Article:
as a Bhuna or Bhoona but with the addition of extra onions probably
both in the cooking and as a garnish. It is also the same strength
as a Bhuna which is medium, so not in the Madras league.
JHALL FRYZY, ZALl FREZI etc, etc.
Jalfrezi is ‘hot’ dish given additional heat by being cooked with
fresh green chillis. It usually also contains visible onion, tomato
and capsicum. It is the addition of the green chillis and probably
addition of extra chilli powder that sets this dish apart from other
typical curries on the menu. It is generally served as hot as a
Madras or Vindaloo depending on the chef’s interpretation or mood.
Korma is the definitive mild curry on the Indian restaurant menu. It
is typically prepared with butter and thickened with single cream
and coconut milk to give a very, very mild creamy sauce. Spicing
would be more subtle, and there would be more use of aromatic spices
such as cardomom, clove and cinnamon rather than the more robust
spices such as chilli, cumin, black pepper etc.
If you ever have the misfortune to have to drag somebody to an
Indian restaurant because they ‘hate’ spicy food, then this is the
dish to steer them towards.
Madras is a city in Southern India. In an Indian restaurant, Madras
means a ‘hot dish’. I doubt if the dish owes its origins to Madras
at all, other than its name was chosen wayback in the mists of time
to signify a fiery hot dish, just as the city of Madras sizzles in
the fiery hot Sun.
Nan, Naan Bread
Nan bread is a leavened bread traditionally baked in the Tandoor
Oven. It is baked from a dough containing flour (usually Chapatti
flour or wholemeal), yogurt, milk, sugar, yeast and ghee (clarified
butter). They obtain a distinctive teardrop shape from being stuck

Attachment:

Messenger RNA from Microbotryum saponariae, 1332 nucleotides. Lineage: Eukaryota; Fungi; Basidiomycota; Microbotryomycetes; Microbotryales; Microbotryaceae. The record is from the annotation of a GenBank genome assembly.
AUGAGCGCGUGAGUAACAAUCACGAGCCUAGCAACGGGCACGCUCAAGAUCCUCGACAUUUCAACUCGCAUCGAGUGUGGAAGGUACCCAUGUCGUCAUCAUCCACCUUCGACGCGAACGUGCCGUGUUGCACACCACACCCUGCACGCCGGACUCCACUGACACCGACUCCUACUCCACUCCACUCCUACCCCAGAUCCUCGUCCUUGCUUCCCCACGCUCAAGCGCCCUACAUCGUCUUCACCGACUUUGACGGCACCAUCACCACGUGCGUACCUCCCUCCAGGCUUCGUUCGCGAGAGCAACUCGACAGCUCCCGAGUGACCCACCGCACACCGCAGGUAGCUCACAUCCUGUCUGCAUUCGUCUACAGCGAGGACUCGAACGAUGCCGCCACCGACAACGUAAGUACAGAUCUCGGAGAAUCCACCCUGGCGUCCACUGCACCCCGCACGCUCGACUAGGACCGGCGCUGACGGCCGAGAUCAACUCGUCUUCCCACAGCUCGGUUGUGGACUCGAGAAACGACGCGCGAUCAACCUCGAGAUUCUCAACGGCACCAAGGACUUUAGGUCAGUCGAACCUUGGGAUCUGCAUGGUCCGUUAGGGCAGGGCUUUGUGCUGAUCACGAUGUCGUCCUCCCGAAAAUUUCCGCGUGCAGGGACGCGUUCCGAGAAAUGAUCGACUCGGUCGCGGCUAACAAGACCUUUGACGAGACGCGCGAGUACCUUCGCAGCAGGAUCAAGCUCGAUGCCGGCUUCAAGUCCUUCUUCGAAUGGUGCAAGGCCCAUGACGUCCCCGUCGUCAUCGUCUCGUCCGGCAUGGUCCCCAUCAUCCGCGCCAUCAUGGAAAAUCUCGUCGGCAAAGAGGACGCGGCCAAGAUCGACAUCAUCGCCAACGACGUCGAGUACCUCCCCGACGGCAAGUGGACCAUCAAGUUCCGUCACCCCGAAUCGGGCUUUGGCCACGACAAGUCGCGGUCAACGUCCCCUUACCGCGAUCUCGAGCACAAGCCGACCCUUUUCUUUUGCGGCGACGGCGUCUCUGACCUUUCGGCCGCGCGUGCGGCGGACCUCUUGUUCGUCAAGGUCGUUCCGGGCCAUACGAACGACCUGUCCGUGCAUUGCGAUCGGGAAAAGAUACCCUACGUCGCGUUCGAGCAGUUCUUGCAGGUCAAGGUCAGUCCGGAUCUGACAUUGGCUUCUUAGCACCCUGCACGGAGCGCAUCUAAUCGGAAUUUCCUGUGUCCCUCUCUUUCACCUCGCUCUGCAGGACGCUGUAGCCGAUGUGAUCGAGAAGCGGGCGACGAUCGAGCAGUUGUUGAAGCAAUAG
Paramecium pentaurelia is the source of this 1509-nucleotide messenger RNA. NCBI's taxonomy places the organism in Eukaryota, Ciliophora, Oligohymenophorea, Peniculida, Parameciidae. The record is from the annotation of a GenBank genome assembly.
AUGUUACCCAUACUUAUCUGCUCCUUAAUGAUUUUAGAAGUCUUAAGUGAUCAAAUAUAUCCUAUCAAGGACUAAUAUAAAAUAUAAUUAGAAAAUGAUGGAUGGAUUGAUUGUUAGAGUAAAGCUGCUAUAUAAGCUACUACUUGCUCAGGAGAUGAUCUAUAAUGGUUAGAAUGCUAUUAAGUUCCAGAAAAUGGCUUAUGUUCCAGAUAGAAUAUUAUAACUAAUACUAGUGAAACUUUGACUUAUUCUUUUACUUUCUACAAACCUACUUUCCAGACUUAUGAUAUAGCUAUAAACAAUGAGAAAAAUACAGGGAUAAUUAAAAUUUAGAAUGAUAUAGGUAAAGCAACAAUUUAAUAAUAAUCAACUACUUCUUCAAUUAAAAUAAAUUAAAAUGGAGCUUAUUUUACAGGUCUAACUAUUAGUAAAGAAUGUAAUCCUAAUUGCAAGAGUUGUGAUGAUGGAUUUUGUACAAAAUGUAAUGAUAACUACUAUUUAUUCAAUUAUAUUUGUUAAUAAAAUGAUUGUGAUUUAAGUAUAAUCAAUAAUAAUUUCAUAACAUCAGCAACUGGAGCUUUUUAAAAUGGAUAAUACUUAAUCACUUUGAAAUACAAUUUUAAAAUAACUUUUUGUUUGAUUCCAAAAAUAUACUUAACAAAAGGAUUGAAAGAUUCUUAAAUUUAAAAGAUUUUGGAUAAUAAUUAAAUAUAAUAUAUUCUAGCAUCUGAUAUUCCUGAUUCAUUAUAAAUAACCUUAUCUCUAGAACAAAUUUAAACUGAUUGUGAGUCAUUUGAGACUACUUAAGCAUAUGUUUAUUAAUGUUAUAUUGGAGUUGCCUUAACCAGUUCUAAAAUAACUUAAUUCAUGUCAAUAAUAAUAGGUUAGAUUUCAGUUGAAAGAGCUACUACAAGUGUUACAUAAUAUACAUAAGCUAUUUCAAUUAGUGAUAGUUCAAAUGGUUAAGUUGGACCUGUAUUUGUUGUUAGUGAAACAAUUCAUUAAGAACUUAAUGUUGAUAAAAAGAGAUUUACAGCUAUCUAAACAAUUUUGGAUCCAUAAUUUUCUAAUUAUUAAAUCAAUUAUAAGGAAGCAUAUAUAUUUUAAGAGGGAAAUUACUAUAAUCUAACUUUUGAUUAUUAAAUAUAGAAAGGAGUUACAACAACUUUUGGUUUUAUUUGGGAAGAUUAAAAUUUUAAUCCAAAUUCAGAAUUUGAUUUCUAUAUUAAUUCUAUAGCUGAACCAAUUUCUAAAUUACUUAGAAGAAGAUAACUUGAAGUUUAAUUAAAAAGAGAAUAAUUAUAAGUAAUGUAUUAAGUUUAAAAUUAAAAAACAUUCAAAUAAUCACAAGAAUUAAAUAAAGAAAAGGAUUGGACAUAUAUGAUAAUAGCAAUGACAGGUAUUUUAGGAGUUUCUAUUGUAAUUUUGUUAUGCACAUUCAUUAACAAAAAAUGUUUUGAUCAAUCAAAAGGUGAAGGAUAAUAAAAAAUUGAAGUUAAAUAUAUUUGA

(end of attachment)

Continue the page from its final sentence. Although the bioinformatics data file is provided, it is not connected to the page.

to the side of the Tandoor and baking whilst gravity is stretching
them. They are served piping hot, often spread lightly with melted
butter or ghee and sprinkled with sesame seeds.
Puris are Indian fried breads. They are served as an accompaniment
or sometimes as the base for a starter, such a Bhuna Prawn on Puri.
Rice is the staple diet on the Indian sub-continenent and its
influence has extended to it being the traditional accompaniment for
Indian dishes in restaurants. The very best rice is Basmati rice
(from the snow drenched foothills of the Himalaya’s according to the
front of the packet). Basmati rice is generally used in the
preparation of rice dishes in the Indian restaurant. Never confuse
the quality of Basmati for normal long grain (such as Patna) rice,
as Basmati is far superior.
Rice is served as either plain boiled or Pilau. Pilau rice is
pre-boiled to an al dente texture, fried with aromatics such as
cardamom, clove, cinnamon and coloured and flavoured with saffron
(or turmeric if the restaurant owner or chef is a cheapskate). Then
there are all of the variations of Pilau rice such as fried with
pre-cooked vegetables or mushrooms or mince or eggs or peas.
Rice tends not to be eaten with a Tandoori meal and lends itself
better to curries, where there is a sauce to absorb.
Rogan Josh used to be a Kashmiri lamb stew before Indian restaurants
commercialised it in the UK. It most almost certainly still exists
as a traditional dish in Northern India and Kashmir but that is
where the resemblance stops. Now in Indian restaurant parlance it
means cooked with tomatoes and onions and probably capsicum for good
measure. It is generally presented as a medium strength curry, not
as hot as a Madras.
Samber is a bit similar to Dhansak, in as much as it is prepared
with a lentil base. It is less common on the Indian menu than
Dhansak but it can also appear as well as. It is hard to give
guidance on the difference between the two dishes as often it is
only the interpretation of the chef that classifies them one way or
the other. I would personally, expect the Samber to be presented as
a sour curry, with the addition of lemon juice, but read the menu,
don’t take my word for it.
Shami Kebabs are small round patties of minced lamb and lentils,